Suspect pleads guilty in 2018 Vermont murder-for-hire case
BURLINGTON, Vt. (AP) — A 42-year-old Nevada man pleaded guilty Friday in U.S. District Court in Burlington for his role in helping arrange the kidnapping and murder of a Vermont man stemming from a financial dispute.
Aron Lee Ethridge is one of four men who have been charged in the kidnapping of Gregory Davis from his Danville home Jan. 6, 2018. Davis was found shot to death in a snowbank the next day.
As part of a plea agreement, prosecutors and Ethridge’s defense attorney agreed to recommend a prison sentence of 27 years or less. The actual sentence, scheduled for December, will be up to the judge. Ethridge could be sentenced to life in prison.
Prosecutors say Ethridge arranged for Jerry Banks, 34, of Fort Garland, Colorado, to kidnap and then kill Davis. Banks allegedly called Ethridge the day after the kidnapping to inform him that Davis had been successfully kidnapped and killed.
Banks has only been charged with kidnapping, but prosecutors allege he killed Davis. He has pleaded not guilty and is being held pending trial.
In court Friday, Ethridge, dressed in a black and white prison jumpsuit, pleaded to two charges in the death of Davis, that he arranged for Banks to travel to Vermont to kill Davis and that he conspired with others to arrange for the killing of Davis.
During the 40-minute hearing, Ethridge answered a series of questions from U.S. District Court Chief Judge Geoffrey Crawford by saying “yes, sir” or “no, sir.” When asked for his plea to the two charges against him, Ethridge answered “guilty.”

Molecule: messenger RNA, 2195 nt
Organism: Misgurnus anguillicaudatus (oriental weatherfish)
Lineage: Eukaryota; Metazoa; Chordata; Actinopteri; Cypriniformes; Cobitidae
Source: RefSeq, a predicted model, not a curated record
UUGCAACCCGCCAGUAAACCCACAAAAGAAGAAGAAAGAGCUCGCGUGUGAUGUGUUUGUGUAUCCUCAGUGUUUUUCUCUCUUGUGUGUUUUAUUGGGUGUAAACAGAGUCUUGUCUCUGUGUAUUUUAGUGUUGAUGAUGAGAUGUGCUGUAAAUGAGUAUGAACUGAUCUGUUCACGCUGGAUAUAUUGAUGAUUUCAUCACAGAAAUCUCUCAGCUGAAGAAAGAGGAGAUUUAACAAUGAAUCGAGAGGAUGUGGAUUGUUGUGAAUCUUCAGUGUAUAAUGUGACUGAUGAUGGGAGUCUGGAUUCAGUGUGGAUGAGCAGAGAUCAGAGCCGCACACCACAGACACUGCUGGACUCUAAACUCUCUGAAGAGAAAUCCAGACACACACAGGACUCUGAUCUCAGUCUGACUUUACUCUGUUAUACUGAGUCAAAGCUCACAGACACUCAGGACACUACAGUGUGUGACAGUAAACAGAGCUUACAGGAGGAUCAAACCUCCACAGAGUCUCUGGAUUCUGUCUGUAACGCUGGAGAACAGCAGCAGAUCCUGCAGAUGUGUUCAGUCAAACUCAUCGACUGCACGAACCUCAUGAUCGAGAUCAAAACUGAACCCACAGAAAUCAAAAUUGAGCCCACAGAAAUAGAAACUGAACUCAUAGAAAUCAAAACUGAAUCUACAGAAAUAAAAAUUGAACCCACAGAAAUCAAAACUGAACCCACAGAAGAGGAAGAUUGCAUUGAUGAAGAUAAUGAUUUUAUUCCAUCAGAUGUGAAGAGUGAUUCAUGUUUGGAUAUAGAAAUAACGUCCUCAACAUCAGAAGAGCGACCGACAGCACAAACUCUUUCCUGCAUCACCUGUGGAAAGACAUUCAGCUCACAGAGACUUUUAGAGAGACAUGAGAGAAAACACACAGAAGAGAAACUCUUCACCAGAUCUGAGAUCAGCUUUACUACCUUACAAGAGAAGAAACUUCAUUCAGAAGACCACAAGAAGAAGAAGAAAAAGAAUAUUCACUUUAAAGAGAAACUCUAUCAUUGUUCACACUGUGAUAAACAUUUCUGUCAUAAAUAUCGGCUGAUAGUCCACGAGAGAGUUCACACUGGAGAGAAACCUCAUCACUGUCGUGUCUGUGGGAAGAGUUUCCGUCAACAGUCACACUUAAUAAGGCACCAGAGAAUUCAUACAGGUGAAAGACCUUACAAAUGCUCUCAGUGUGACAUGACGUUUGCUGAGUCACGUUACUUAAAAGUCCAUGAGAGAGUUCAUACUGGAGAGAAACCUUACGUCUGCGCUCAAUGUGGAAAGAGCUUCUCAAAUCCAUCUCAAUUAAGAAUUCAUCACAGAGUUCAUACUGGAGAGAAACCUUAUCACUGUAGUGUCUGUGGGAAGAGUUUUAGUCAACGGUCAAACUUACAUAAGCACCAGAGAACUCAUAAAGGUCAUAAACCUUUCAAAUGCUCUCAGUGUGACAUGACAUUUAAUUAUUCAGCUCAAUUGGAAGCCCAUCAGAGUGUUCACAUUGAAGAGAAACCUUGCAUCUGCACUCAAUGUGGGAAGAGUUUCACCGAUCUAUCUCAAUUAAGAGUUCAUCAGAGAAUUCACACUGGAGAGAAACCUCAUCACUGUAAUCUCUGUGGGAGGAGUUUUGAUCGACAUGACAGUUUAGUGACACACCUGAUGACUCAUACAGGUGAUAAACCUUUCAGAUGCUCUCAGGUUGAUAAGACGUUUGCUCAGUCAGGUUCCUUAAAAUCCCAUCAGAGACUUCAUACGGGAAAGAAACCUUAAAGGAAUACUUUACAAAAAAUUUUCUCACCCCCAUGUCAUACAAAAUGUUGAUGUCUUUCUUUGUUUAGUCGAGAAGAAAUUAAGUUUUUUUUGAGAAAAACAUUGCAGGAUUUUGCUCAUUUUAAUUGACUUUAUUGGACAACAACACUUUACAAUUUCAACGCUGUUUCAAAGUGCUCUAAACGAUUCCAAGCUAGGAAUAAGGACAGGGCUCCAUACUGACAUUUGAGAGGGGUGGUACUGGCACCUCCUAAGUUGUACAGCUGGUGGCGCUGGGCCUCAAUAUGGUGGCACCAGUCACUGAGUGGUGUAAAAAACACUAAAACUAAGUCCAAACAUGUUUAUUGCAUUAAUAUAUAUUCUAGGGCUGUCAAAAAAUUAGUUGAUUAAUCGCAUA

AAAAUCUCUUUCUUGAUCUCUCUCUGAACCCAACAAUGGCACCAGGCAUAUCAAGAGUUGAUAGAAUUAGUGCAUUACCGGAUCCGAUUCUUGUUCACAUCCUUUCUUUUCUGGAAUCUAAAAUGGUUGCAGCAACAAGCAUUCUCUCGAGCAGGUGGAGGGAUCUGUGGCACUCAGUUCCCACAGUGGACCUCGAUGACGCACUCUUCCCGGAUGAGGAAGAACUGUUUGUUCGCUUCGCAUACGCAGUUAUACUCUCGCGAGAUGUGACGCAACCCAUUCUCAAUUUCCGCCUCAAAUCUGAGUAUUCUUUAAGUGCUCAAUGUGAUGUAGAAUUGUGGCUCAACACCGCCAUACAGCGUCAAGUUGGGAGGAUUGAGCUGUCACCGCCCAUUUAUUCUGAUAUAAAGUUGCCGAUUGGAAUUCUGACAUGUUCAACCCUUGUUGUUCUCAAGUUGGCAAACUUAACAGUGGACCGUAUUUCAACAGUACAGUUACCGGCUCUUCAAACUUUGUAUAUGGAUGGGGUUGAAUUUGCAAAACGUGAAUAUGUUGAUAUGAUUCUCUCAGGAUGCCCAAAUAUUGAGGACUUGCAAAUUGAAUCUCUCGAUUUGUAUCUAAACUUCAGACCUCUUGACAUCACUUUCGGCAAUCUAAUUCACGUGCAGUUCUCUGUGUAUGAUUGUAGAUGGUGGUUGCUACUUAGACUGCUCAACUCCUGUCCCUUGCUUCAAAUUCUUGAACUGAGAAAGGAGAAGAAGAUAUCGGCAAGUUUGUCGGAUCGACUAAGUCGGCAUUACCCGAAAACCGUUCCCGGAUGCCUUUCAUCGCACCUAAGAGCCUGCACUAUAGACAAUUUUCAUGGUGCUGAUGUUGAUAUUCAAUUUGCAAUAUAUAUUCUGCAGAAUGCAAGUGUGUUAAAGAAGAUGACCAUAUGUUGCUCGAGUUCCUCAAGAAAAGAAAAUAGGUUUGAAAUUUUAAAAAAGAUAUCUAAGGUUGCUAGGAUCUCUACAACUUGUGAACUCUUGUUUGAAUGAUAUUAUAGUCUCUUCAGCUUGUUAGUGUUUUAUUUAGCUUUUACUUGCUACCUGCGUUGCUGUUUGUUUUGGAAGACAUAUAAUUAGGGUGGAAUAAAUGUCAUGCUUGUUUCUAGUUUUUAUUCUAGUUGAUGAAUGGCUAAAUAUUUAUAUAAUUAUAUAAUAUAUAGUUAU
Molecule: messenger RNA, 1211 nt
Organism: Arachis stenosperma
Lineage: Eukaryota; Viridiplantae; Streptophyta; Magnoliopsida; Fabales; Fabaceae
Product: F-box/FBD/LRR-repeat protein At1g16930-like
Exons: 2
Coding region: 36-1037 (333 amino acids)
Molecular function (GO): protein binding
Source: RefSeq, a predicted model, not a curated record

Prosecutors allege that Ethridge served as a middleman between Banks, Berk Eratay, 35, of Las Vegas, and Serhat Gumrukcu, 39, of Los Angeles, who were arrested in May on charges of conspiring to use interstate commerce facilities in the commission of the murder-for-hire that resulted in the death of Davis.
Prosecutors say Davis had been threatening to go to the FBI with information that Gumrukcu, the co-founder of a Los Angeles-based biotechnology company, was defrauding Davis in a multimillion-dollar oil deal that Gumrukcu and his brother had entered into with Davis in 2015.
Eratay and Gumrukcu are both in custody pending their transfer to Vermont, where they will answer the charges after they arrive. It’s unclear when they will arrive in Vermont.
Gumrukcu’s Vermont attorney, David Kirby, was in court Friday. He declined to answer questions about the case.
Eratay paid Ethridge more than $110,000, some of which was paid to Banks. After Davis’ death, Eratay allegedly provided Ethridge with an additional payment in bitcoin.